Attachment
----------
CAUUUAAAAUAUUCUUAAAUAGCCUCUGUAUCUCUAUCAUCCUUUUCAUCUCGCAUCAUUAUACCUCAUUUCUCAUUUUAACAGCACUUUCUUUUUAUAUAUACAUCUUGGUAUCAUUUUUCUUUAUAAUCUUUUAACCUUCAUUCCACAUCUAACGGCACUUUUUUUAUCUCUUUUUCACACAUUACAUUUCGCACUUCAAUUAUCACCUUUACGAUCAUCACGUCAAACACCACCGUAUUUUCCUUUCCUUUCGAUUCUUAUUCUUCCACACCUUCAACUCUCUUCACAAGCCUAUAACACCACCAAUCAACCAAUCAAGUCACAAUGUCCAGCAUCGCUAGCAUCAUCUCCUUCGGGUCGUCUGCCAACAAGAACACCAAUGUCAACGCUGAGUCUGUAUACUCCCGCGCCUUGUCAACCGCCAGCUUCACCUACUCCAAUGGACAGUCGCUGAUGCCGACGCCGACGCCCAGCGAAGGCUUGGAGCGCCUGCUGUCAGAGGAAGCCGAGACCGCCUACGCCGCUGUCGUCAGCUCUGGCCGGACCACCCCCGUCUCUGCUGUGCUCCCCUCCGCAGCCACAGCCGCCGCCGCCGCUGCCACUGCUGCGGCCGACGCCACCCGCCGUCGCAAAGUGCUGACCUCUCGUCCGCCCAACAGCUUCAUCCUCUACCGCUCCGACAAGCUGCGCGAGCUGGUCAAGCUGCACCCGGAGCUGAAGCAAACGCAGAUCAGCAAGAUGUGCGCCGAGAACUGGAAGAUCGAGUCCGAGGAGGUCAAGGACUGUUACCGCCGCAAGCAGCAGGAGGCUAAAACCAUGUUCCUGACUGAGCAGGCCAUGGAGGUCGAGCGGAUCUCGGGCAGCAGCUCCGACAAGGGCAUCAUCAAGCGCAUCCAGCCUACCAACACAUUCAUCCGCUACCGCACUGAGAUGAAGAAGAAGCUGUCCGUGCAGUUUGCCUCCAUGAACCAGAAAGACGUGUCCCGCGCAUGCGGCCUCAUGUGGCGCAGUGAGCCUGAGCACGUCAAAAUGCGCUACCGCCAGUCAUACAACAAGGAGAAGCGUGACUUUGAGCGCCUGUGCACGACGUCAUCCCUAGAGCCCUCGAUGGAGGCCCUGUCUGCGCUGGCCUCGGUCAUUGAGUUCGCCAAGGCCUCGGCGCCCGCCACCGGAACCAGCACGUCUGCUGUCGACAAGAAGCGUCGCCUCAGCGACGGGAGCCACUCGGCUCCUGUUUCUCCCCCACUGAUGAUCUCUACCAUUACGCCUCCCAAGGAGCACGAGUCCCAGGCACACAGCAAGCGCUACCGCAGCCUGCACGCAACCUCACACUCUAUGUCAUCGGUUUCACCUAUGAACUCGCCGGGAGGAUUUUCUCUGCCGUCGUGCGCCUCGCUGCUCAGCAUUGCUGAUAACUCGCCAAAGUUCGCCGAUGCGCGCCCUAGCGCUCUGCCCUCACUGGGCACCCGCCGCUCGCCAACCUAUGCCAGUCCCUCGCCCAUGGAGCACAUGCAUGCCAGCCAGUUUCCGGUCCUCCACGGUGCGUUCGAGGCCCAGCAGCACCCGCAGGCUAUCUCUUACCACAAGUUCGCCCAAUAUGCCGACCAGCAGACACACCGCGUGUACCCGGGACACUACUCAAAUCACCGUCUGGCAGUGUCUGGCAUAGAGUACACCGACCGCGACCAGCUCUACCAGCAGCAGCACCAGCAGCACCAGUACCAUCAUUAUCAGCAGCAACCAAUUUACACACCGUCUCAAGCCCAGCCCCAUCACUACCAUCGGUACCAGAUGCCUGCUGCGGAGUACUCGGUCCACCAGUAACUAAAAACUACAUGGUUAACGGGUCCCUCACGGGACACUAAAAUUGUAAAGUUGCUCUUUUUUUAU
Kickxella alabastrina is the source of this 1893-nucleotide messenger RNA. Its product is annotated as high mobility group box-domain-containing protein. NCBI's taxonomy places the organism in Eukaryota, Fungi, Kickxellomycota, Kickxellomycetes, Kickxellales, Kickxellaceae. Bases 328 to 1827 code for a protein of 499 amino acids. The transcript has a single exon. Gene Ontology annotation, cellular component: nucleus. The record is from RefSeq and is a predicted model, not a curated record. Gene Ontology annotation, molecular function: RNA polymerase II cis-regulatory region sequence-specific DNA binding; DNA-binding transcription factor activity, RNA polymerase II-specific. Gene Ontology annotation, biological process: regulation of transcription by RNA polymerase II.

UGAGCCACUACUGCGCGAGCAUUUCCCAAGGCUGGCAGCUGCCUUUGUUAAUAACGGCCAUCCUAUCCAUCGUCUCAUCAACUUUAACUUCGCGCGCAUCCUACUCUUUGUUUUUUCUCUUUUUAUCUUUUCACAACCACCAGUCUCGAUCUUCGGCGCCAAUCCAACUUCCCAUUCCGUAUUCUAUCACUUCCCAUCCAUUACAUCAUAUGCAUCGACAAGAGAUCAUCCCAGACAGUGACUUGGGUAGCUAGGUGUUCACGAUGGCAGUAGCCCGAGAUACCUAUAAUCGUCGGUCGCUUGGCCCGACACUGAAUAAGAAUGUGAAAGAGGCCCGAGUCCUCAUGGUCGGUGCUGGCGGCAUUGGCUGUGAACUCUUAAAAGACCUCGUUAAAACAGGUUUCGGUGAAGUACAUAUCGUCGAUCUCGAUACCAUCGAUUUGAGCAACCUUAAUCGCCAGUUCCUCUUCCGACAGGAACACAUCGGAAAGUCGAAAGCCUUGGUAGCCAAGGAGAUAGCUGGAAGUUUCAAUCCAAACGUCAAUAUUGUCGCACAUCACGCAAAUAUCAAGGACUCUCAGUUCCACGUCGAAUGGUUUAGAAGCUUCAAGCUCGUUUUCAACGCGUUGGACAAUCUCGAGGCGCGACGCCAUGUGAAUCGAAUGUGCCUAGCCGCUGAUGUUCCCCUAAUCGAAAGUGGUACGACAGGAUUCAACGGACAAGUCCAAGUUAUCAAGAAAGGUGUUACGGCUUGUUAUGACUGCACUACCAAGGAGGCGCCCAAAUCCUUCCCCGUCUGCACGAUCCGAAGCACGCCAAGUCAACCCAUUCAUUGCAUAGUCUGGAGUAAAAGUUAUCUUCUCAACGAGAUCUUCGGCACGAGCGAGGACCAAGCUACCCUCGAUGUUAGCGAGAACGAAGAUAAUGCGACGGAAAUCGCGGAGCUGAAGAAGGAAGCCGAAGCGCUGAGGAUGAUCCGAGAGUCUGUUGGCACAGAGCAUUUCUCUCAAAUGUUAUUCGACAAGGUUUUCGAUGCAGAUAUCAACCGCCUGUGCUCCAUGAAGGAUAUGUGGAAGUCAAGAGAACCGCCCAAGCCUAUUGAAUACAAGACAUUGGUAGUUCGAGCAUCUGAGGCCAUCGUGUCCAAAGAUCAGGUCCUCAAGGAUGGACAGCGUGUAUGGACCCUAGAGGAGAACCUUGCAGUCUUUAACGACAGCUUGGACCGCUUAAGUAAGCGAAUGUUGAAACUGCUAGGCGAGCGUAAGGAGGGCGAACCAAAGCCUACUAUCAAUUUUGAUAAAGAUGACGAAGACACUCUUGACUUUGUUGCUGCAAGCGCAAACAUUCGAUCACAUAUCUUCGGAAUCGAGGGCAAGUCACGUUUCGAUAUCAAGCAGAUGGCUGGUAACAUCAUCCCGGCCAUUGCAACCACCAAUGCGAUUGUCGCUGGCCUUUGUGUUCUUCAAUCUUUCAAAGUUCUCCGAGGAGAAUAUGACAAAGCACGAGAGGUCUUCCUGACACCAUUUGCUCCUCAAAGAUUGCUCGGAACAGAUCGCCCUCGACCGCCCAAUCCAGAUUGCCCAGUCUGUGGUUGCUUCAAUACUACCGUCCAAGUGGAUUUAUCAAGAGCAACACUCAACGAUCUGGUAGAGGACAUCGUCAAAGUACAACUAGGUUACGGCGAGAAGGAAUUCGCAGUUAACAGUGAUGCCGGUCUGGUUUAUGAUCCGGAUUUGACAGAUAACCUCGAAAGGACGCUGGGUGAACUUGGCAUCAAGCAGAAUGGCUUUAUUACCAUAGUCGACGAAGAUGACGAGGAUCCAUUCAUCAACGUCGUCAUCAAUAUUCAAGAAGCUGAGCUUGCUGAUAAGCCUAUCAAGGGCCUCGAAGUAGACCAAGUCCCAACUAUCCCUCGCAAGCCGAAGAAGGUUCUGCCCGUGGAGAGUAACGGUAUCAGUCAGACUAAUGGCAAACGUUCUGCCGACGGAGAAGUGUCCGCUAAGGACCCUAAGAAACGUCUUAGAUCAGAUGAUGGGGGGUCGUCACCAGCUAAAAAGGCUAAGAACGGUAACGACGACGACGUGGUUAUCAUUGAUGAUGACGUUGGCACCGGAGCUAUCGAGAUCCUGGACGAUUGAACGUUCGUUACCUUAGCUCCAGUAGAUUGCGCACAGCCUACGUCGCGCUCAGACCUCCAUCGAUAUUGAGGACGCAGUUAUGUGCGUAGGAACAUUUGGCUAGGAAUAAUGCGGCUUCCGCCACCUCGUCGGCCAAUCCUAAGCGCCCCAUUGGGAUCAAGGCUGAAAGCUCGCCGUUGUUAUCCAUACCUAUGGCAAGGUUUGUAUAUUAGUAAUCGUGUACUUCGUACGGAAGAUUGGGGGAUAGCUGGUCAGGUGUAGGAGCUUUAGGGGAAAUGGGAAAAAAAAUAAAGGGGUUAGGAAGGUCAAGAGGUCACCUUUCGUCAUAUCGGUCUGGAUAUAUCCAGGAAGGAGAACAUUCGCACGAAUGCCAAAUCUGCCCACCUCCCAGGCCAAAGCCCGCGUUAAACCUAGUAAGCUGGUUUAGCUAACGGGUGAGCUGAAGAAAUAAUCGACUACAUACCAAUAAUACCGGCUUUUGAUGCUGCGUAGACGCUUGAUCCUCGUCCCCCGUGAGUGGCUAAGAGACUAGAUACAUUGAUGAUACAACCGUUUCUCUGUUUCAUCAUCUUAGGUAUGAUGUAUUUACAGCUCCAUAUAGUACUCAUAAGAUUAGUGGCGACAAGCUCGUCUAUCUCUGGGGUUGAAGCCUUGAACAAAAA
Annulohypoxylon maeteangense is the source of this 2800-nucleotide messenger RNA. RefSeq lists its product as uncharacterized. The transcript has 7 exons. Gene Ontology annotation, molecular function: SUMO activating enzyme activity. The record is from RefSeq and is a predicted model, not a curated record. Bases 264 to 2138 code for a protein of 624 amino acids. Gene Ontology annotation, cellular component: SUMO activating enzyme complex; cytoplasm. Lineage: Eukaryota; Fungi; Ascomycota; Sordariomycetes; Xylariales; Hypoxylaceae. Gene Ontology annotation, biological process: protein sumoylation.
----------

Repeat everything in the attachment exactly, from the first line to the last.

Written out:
CAUUUAAAAUAUUCUUAAAUAGCCUCUGUAUCUCUAUCAUCCUUUUCAUCUCGCAUCAUUAUACCUCAUUUCUCAUUUUAACAGCACUUUCUUUUUAUAUAUACAUCUUGGUAUCAUUUUUCUUUAUAAUCUUUUAACCUUCAUUCCACAUCUAACGGCACUUUUUUUAUCUCUUUUUCACACAUUACAUUUCGCACUUCAAUUAUCACCUUUACGAUCAUCACGUCAAACACCACCGUAUUUUCCUUUCCUUUCGAUUCUUAUUCUUCCACACCUUCAACUCUCUUCACAAGCCUAUAACACCACCAAUCAACCAAUCAAGUCACAAUGUCCAGCAUCGCUAGCAUCAUCUCCUUCGGGUCGUCUGCCAACAAGAACACCAAUGUCAACGCUGAGUCUGUAUACUCCCGCGCCUUGUCAACCGCCAGCUUCACCUACUCCAAUGGACAGUCGCUGAUGCCGACGCCGACGCCCAGCGAAGGCUUGGAGCGCCUGCUGUCAGAGGAAGCCGAGACCGCCUACGCCGCUGUCGUCAGCUCUGGCCGGACCACCCCCGUCUCUGCUGUGCUCCCCUCCGCAGCCACAGCCGCCGCCGCCGCUGCCACUGCUGCGGCCGACGCCACCCGCCGUCGCAAAGUGCUGACCUCUCGUCCGCCCAACAGCUUCAUCCUCUACCGCUCCGACAAGCUGCGCGAGCUGGUCAAGCUGCACCCGGAGCUGAAGCAAACGCAGAUCAGCAAGAUGUGCGCCGAGAACUGGAAGAUCGAGUCCGAGGAGGUCAAGGACUGUUACCGCCGCAAGCAGCAGGAGGCUAAAACCAUGUUCCUGACUGAGCAGGCCAUGGAGGUCGAGCGGAUCUCGGGCAGCAGCUCCGACAAGGGCAUCAUCAAGCGCAUCCAGCCUACCAACACAUUCAUCCGCUACCGCACUGAGAUGAAGAAGAAGCUGUCCGUGCAGUUUGCCUCCAUGAACCAGAAAGACGUGUCCCGCGCAUGCGGCCUCAUGUGGCGCAGUGAGCCUGAGCACGUCAAAAUGCGCUACCGCCAGUCAUACAACAAGGAGAAGCGUGACUUUGAGCGCCUGUGCACGACGUCAUCCCUAGAGCCCUCGAUGGAGGCCCUGUCUGCGCUGGCCUCGGUCAUUGAGUUCGCCAAGGCCUCGGCGCCCGCCACCGGAACCAGCACGUCUGCUGUCGACAAGAAGCGUCGCCUCAGCGACGGGAGCCACUCGGCUCCUGUUUCUCCCCCACUGAUGAUCUCUACCAUUACGCCUCCCAAGGAGCACGAGUCCCAGGCACACAGCAAGCGCUACCGCAGCCUGCACGCAACCUCACACUCUAUGUCAUCGGUUUCACCUAUGAACUCGCCGGGAGGAUUUUCUCUGCCGUCGUGCGCCUCGCUGCUCAGCAUUGCUGAUAACUCGCCAAAGUUCGCCGAUGCGCGCCCUAGCGCUCUGCCCUCACUGGGCACCCGCCGCUCGCCAACCUAUGCCAGUCCCUCGCCCAUGGAGCACAUGCAUGCCAGCCAGUUUCCGGUCCUCCACGGUGCGUUCGAGGCCCAGCAGCACCCGCAGGCUAUCUCUUACCACAAGUUCGCCCAAUAUGCCGACCAGCAGACACACCGCGUGUACCCGGGACACUACUCAAAUCACCGUCUGGCAGUGUCUGGCAUAGAGUACACCGACCGCGACCAGCUCUACCAGCAGCAGCACCAGCAGCACCAGUACCAUCAUUAUCAGCAGCAACCAAUUUACACACCGUCUCAAGCCCAGCCCCAUCACUACCAUCGGUACCAGAUGCCUGCUGCGGAGUACUCGGUCCACCAGUAACUAAAAACUACAUGGUUAACGGGUCCCUCACGGGACACUAAAAUUGUAAAGUUGCUCUUUUUUUAU
Kickxella alabastrina is the source of this 1893-nucleotide messenger RNA. Its product is annotated as high mobility group box-domain-containing protein. NCBI's taxonomy places the organism in Eukaryota, Fungi, Kickxellomycota, Kickxellomycetes, Kickxellales, Kickxellaceae. Bases 328 to 1827 code for a protein of 499 amino acids. The transcript has a single exon. Gene Ontology annotation, cellular component: nucleus. The record is from RefSeq and is a predicted model, not a curated record. Gene Ontology annotation, molecular function: RNA polymerase II cis-regulatory region sequence-specific DNA binding; DNA-binding transcription factor activity, RNA polymerase II-specific. Gene Ontology annotation, biological process: regulation of transcription by RNA polymerase II.

UGAGCCACUACUGCGCGAGCAUUUCCCAAGGCUGGCAGCUGCCUUUGUUAAUAACGGCCAUCCUAUCCAUCGUCUCAUCAACUUUAACUUCGCGCGCAUCCUACUCUUUGUUUUUUCUCUUUUUAUCUUUUCACAACCACCAGUCUCGAUCUUCGGCGCCAAUCCAACUUCCCAUUCCGUAUUCUAUCACUUCCCAUCCAUUACAUCAUAUGCAUCGACAAGAGAUCAUCCCAGACAGUGACUUGGGUAGCUAGGUGUUCACGAUGGCAGUAGCCCGAGAUACCUAUAAUCGUCGGUCGCUUGGCCCGACACUGAAUAAGAAUGUGAAAGAGGCCCGAGUCCUCAUGGUCGGUGCUGGCGGCAUUGGCUGUGAACUCUUAAAAGACCUCGUUAAAACAGGUUUCGGUGAAGUACAUAUCGUCGAUCUCGAUACCAUCGAUUUGAGCAACCUUAAUCGCCAGUUCCUCUUCCGACAGGAACACAUCGGAAAGUCGAAAGCCUUGGUAGCCAAGGAGAUAGCUGGAAGUUUCAAUCCAAACGUCAAUAUUGUCGCACAUCACGCAAAUAUCAAGGACUCUCAGUUCCACGUCGAAUGGUUUAGAAGCUUCAAGCUCGUUUUCAACGCGUUGGACAAUCUCGAGGCGCGACGCCAUGUGAAUCGAAUGUGCCUAGCCGCUGAUGUUCCCCUAAUCGAAAGUGGUACGACAGGAUUCAACGGACAAGUCCAAGUUAUCAAGAAAGGUGUUACGGCUUGUUAUGACUGCACUACCAAGGAGGCGCCCAAAUCCUUCCCCGUCUGCACGAUCCGAAGCACGCCAAGUCAACCCAUUCAUUGCAUAGUCUGGAGUAAAAGUUAUCUUCUCAACGAGAUCUUCGGCACGAGCGAGGACCAAGCUACCCUCGAUGUUAGCGAGAACGAAGAUAAUGCGACGGAAAUCGCGGAGCUGAAGAAGGAAGCCGAAGCGCUGAGGAUGAUCCGAGAGUCUGUUGGCACAGAGCAUUUCUCUCAAAUGUUAUUCGACAAGGUUUUCGAUGCAGAUAUCAACCGCCUGUGCUCCAUGAAGGAUAUGUGGAAGUCAAGAGAACCGCCCAAGCCUAUUGAAUACAAGACAUUGGUAGUUCGAGCAUCUGAGGCCAUCGUGUCCAAAGAUCAGGUCCUCAAGGAUGGACAGCGUGUAUGGACCCUAGAGGAGAACCUUGCAGUCUUUAACGACAGCUUGGACCGCUUAAGUAAGCGAAUGUUGAAACUGCUAGGCGAGCGUAAGGAGGGCGAACCAAAGCCUACUAUCAAUUUUGAUAAAGAUGACGAAGACACUCUUGACUUUGUUGCUGCAAGCGCAAACAUUCGAUCACAUAUCUUCGGAAUCGAGGGCAAGUCACGUUUCGAUAUCAAGCAGAUGGCUGGUAACAUCAUCCCGGCCAUUGCAACCACCAAUGCGAUUGUCGCUGGCCUUUGUGUUCUUCAAUCUUUCAAAGUUCUCCGAGGAGAAUAUGACAAAGCACGAGAGGUCUUCCUGACACCAUUUGCUCCUCAAAGAUUGCUCGGAACAGAUCGCCCUCGACCGCCCAAUCCAGAUUGCCCAGUCUGUGGUUGCUUCAAUACUACCGUCCAAGUGGAUUUAUCAAGAGCAACACUCAACGAUCUGGUAGAGGACAUCGUCAAAGUACAACUAGGUUACGGCGAGAAGGAAUUCGCAGUUAACAGUGAUGCCGGUCUGGUUUAUGAUCCGGAUUUGACAGAUAACCUCGAAAGGACGCUGGGUGAACUUGGCAUCAAGCAGAAUGGCUUUAUUACCAUAGUCGACGAAGAUGACGAGGAUCCAUUCAUCAACGUCGUCAUCAAUAUUCAAGAAGCUGAGCUUGCUGAUAAGCCUAUCAAGGGCCUCGAAGUAGACCAAGUCCCAACUAUCCCUCGCAAGCCGAAGAAGGUUCUGCCCGUGGAGAGUAACGGUAUCAGUCAGACUAAUGGCAAACGUUCUGCCGACGGAGAAGUGUCCGCUAAGGACCCUAAGAAACGUCUUAGAUCAGAUGAUGGGGGGUCGUCACCAGCUAAAAAGGCUAAGAACGGUAACGACGACGACGUGGUUAUCAUUGAUGAUGACGUUGGCACCGGAGCUAUCGAGAUCCUGGACGAUUGAACGUUCGUUACCUUAGCUCCAGUAGAUUGCGCACAGCCUACGUCGCGCUCAGACCUCCAUCGAUAUUGAGGACGCAGUUAUGUGCGUAGGAACAUUUGGCUAGGAAUAAUGCGGCUUCCGCCACCUCGUCGGCCAAUCCUAAGCGCCCCAUUGGGAUCAAGGCUGAAAGCUCGCCGUUGUUAUCCAUACCUAUGGCAAGGUUUGUAUAUUAGUAAUCGUGUACUUCGUACGGAAGAUUGGGGGAUAGCUGGUCAGGUGUAGGAGCUUUAGGGGAAAUGGGAAAAAAAAUAAAGGGGUUAGGAAGGUCAAGAGGUCACCUUUCGUCAUAUCGGUCUGGAUAUAUCCAGGAAGGAGAACAUUCGCACGAAUGCCAAAUCUGCCCACCUCCCAGGCCAAAGCCCGCGUUAAACCUAGUAAGCUGGUUUAGCUAACGGGUGAGCUGAAGAAAUAAUCGACUACAUACCAAUAAUACCGGCUUUUGAUGCUGCGUAGACGCUUGAUCCUCGUCCCCCGUGAGUGGCUAAGAGACUAGAUACAUUGAUGAUACAACCGUUUCUCUGUUUCAUCAUCUUAGGUAUGAUGUAUUUACAGCUCCAUAUAGUACUCAUAAGAUUAGUGGCGACAAGCUCGUCUAUCUCUGGGGUUGAAGCCUUGAACAAAAA
Annulohypoxylon maeteangense is the source of this 2800-nucleotide messenger RNA. RefSeq lists its product as uncharacterized. The transcript has 7 exons. Gene Ontology annotation, molecular function: SUMO activating enzyme activity. The record is from RefSeq and is a predicted model, not a curated record. Bases 264 to 2138 code for a protein of 624 amino acids. Gene Ontology annotation, cellular component: SUMO activating enzyme complex; cytoplasm. Lineage: Eukaryota; Fungi; Ascomycota; Sordariomycetes; Xylariales; Hypoxylaceae. Gene Ontology annotation, biological process: protein sumoylation.